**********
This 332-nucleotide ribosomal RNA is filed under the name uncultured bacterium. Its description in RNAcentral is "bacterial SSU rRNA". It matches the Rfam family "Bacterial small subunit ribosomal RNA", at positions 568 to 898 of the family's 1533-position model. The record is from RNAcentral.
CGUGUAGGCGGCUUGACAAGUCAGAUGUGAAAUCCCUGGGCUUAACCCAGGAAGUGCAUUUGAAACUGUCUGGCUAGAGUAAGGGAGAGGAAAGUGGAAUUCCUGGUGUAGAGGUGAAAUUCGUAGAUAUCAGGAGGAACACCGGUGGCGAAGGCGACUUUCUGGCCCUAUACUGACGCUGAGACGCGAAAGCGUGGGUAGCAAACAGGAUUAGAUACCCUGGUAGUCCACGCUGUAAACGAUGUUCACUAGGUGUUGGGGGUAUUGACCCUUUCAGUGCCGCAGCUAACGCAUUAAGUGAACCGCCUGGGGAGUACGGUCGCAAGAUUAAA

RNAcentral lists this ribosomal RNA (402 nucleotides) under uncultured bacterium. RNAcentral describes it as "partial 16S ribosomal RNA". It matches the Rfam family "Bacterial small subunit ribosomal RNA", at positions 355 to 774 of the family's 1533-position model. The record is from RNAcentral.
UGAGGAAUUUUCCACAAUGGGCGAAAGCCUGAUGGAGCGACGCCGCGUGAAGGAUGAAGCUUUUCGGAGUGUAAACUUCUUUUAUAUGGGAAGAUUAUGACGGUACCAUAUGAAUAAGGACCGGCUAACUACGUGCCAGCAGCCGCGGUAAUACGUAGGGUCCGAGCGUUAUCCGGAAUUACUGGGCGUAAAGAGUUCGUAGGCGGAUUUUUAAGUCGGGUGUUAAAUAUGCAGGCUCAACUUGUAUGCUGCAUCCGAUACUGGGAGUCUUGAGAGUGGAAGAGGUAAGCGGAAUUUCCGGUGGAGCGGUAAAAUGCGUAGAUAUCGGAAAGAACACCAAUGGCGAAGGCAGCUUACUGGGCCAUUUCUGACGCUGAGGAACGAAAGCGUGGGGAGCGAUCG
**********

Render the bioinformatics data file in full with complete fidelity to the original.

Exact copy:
This 332-nucleotide ribosomal RNA is filed under the name uncultured bacterium. Its description in RNAcentral is "bacterial SSU rRNA". It matches the Rfam family "Bacterial small subunit ribosomal RNA", at positions 568 to 898 of the family's 1533-position model. The record is from RNAcentral.
CGUGUAGGCGGCUUGACAAGUCAGAUGUGAAAUCCCUGGGCUUAACCCAGGAAGUGCAUUUGAAACUGUCUGGCUAGAGUAAGGGAGAGGAAAGUGGAAUUCCUGGUGUAGAGGUGAAAUUCGUAGAUAUCAGGAGGAACACCGGUGGCGAAGGCGACUUUCUGGCCCUAUACUGACGCUGAGACGCGAAAGCGUGGGUAGCAAACAGGAUUAGAUACCCUGGUAGUCCACGCUGUAAACGAUGUUCACUAGGUGUUGGGGGUAUUGACCCUUUCAGUGCCGCAGCUAACGCAUUAAGUGAACCGCCUGGGGAGUACGGUCGCAAGAUUAAA

RNAcentral lists this ribosomal RNA (402 nucleotides) under uncultured bacterium. RNAcentral describes it as "partial 16S ribosomal RNA". It matches the Rfam family "Bacterial small subunit ribosomal RNA", at positions 355 to 774 of the family's 1533-position model. The record is from RNAcentral.
UGAGGAAUUUUCCACAAUGGGCGAAAGCCUGAUGGAGCGACGCCGCGUGAAGGAUGAAGCUUUUCGGAGUGUAAACUUCUUUUAUAUGGGAAGAUUAUGACGGUACCAUAUGAAUAAGGACCGGCUAACUACGUGCCAGCAGCCGCGGUAAUACGUAGGGUCCGAGCGUUAUCCGGAAUUACUGGGCGUAAAGAGUUCGUAGGCGGAUUUUUAAGUCGGGUGUUAAAUAUGCAGGCUCAACUUGUAUGCUGCAUCCGAUACUGGGAGUCUUGAGAGUGGAAGAGGUAAGCGGAAUUUCCGGUGGAGCGGUAAAAUGCGUAGAUAUCGGAAAGAACACCAAUGGCGAAGGCAGCUUACUGGGCCAUUUCUGACGCUGAGGAACGAAAGCGUGGGGAGCGAUCG